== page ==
Skip to content
Home » News » Catholic Education Begins at Home

Catholic Education Begins at Home

By Susan Ciancio

At the Culture of Life Studies Program, we understand the importance of Catholic education, and we know how to make learning fun. That’s why, as we prepare to celebrate Discover Catholic Schools Week—November 12-18—we want to explain why Catholic education is something that doesn’t only occur within the confines of the school building. Catholic education can and should begin at home, and there’s so much we as parents can do to help our children learn to love our faith.

Our most important job as parents is teaching the faith to our children. As the Catechism of the Catholic Church states, “The role of parents in education is of such importance that it is almost impossible to provide an adequate substitute” (CCC, 2221).

So while we can send our children to Catholic schools, that education is really no substitute for the way we live our lives at home before and after our children begin school. If we want to give our children a fighting chance in this secular world, how we integrate our faith into their daily lives from the time they are tiny often takes thought and creativity.

We must protect our children’s souls. That is why all of our actions matter. Our faith matters. The more we help our children see the beauty of Catholicism, the greater are their chances of remaining faithful.  

Integrating the five suggestions below into your daily lives will help you build that necessary foundation to strengthen your family’s faith and to help you grow in love for the Lord.

1. Read stories about saints.

Reading as a family has a plethora of benefits, but when you read about the lives of saints, you open a whole new world for your children—an exciting world filled with bravery, love, compassion, mercy, and good works. You give your children amazing human beings to emulate, you teach them how to overcome obstacles, and you help them see the importance of living a life centered around God.

2. Pray as a family.

Whether you pray a rosary, a decade of the rosary, prayers for the poor souls in purgatory, or a simple Our Father before bed, make the time to gather as a family to pray. Quiet the outside world, identify one or more people you want to pray for, and then say the prayers together.

3. Perform the Corporal Works of Mercy together.

Among other things, the Corporal Works of Mercy include feeding the hungry and visiting the sick and imprisoned. Teaching your children about our Catholic faith is a great first step, but helping them live it out is a crucial component. Feeding the hungry and visiting the sick and imprisoned are things all families can do together, as imprisonment doesn’t just mean those in an actual prison. The imprisoned could be the elderly in a nursing home or someone who does not have a car or a way to get out of the house. Befriending those people or simply sitting and talking with them brings great joy to their lives. And while serving meals to the homeless can be a great way to live this work of mercy, so can collecting food at the store, helping to sort food in a food pantry, and making meals or treats for single moms who live in a crisis pregnancy center. There’s no end to the good you can do when serving others.

4. Perform the Spiritual Works of Mercy together.

In addition to praying for others, the Spiritual Works of Mercy include comforting the sorrowful, forgiving injuries, and instructing the ignorant. These are all things that we must learn to do as we build a culture of life here on earth. As adults, we know that our world is full of angry and sad people and people who don’t know God. Just as Christ charged His apostles to go out and evangelize, He has given us that same charge. The more we know, the better we can speak about our faith and about God’s goodness. And the lessons we teach our children about forgiving those who have hurt them—whether that is a sibling, a friend, or another child in school—the more they will grow as strong human beings who learn to let go of anger or who offer up their sufferings for others.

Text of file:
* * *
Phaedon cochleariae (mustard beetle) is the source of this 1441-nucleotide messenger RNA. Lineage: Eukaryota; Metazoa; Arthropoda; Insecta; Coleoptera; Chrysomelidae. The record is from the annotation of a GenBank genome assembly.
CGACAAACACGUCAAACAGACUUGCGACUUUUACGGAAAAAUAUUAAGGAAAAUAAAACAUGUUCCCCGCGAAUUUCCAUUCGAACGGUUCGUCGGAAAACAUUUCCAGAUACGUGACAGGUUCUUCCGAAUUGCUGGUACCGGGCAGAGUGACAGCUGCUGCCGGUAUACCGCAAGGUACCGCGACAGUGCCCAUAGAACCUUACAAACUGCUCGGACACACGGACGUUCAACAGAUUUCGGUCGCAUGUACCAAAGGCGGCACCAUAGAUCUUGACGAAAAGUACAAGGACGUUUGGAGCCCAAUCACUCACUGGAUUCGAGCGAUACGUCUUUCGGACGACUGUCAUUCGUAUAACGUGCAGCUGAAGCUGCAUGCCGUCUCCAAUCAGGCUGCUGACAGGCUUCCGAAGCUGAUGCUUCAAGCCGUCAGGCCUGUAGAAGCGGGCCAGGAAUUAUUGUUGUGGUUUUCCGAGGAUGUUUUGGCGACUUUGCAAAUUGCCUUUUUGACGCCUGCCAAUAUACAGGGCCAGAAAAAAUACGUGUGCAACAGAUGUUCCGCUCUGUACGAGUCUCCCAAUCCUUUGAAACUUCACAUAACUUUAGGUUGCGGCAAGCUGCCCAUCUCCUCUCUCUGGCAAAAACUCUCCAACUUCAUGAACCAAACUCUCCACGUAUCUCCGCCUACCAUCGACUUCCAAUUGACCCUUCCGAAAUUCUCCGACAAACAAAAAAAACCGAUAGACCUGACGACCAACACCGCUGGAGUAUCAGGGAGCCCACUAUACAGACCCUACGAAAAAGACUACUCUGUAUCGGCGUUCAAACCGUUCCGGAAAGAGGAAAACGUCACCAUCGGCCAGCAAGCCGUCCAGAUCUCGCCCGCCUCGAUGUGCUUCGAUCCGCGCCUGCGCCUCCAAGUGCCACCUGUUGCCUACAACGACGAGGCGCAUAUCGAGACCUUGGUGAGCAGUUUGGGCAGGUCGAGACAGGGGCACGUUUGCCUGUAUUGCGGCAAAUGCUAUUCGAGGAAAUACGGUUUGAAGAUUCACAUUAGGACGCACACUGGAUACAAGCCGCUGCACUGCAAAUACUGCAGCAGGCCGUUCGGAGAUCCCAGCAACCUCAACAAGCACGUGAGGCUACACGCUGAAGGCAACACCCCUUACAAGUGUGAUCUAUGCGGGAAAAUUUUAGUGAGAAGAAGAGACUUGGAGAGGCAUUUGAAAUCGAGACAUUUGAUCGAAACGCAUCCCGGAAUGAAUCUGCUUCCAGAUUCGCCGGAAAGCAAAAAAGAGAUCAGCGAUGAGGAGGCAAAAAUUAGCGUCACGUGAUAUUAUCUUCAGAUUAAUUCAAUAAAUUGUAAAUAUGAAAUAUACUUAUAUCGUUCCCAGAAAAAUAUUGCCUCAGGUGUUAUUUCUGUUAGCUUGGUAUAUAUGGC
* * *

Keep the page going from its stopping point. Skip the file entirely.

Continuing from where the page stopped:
5. Make learning fun.

Many lessons from the Culture of Life Studies Program offer activities that correlate to the lessons taught. So not only do children and teens learn valuable lessons but they create fun arts and crafts projects, complete puzzles, conduct interviews, and more. In addition, books like The Adventures with the Saints series from author Maria Riley introduce young children to time-traveling siblings who meet saints and learn valuable lessons. Older kids and teens can learn from educational videos by Fr. Mike Schmitz, they can participate in Life Teen at their local church, and they can learn about the faith and laugh with The Catholic Guy, Lino Rulli, on SiriusXM. Through these joyful and amazing Catholics, your children will see the beauty in our faith, they will learn, and they will have fun while doing so. When we make learning about our faith fun, we help our children see that there are wonderful people out there leading areas of the Church who truly love them and who care about their eternal souls.

The Catechism of the Catholic Church teaches that “a wholesome family life can foster interior dispositions that are a genuine preparation for a living faith and remain a support for it throughout one’s life” (CCC, 2225).

This is our job as parents—to prepare our children to live a life faithful to the Church, a life filled with the love of Christ and with the desire to shine His light to others. So as we enter Catholic Schools Week and give thanks for these amazing schools, let us never forget that education begins at home—and that our primary job as parents is to teach our children our Catholic faith.

This article first appeared in the Catholic World Report at